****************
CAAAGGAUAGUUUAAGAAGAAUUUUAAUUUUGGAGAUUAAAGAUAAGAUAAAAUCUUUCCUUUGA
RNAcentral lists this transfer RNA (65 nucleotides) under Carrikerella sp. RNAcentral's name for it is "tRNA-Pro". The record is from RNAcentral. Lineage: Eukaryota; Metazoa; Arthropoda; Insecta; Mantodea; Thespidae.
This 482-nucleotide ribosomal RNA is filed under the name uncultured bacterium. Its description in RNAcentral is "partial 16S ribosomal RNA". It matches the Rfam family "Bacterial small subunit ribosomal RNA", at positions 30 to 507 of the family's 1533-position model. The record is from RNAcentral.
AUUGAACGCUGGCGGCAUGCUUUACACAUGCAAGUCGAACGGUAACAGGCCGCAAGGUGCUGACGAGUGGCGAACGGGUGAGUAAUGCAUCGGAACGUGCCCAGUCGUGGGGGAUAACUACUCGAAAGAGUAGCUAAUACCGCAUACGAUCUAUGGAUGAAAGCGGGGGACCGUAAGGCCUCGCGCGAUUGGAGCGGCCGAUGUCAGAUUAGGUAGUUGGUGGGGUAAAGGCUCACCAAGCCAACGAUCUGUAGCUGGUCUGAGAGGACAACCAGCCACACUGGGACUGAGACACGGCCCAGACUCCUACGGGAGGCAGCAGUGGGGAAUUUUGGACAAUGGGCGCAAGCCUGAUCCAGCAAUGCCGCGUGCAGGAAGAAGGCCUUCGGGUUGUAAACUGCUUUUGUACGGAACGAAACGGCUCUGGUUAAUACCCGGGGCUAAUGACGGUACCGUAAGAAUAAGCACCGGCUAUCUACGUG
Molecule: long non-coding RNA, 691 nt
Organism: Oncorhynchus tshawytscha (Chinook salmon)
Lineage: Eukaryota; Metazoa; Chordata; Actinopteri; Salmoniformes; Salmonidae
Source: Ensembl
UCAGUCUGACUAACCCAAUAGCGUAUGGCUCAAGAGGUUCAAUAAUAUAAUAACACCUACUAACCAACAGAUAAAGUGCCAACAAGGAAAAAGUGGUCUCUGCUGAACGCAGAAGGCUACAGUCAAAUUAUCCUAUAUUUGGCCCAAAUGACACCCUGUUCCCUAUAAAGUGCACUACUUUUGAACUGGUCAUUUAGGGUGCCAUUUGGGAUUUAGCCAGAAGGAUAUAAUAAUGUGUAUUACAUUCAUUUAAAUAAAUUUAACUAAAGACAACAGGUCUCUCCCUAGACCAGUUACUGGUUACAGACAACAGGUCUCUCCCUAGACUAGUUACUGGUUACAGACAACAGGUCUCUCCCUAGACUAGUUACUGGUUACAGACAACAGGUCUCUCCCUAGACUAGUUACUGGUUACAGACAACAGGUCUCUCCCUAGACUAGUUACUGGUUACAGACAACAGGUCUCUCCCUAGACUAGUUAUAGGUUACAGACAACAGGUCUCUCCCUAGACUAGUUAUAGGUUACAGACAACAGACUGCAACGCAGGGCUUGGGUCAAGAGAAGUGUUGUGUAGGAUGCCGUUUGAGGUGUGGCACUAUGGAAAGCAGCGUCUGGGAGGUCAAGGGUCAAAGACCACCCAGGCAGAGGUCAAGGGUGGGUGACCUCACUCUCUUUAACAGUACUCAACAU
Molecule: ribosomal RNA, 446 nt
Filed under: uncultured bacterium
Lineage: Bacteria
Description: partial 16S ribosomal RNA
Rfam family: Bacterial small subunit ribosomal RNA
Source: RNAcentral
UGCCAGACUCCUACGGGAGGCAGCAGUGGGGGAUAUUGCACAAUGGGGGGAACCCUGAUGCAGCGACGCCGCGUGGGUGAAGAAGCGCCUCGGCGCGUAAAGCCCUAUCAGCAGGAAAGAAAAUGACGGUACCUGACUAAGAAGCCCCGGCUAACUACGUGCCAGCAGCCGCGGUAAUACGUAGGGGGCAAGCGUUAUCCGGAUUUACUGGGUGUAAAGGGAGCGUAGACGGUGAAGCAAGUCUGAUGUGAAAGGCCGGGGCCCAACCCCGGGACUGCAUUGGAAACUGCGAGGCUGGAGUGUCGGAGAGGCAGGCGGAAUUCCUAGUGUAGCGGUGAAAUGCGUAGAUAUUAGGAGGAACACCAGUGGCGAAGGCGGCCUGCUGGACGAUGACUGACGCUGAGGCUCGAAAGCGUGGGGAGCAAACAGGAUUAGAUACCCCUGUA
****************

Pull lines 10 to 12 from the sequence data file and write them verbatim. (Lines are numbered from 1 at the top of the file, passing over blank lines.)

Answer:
Molecule: ribosomal RNA, 446 nt
Filed under: uncultured bacterium
Lineage: Bacteria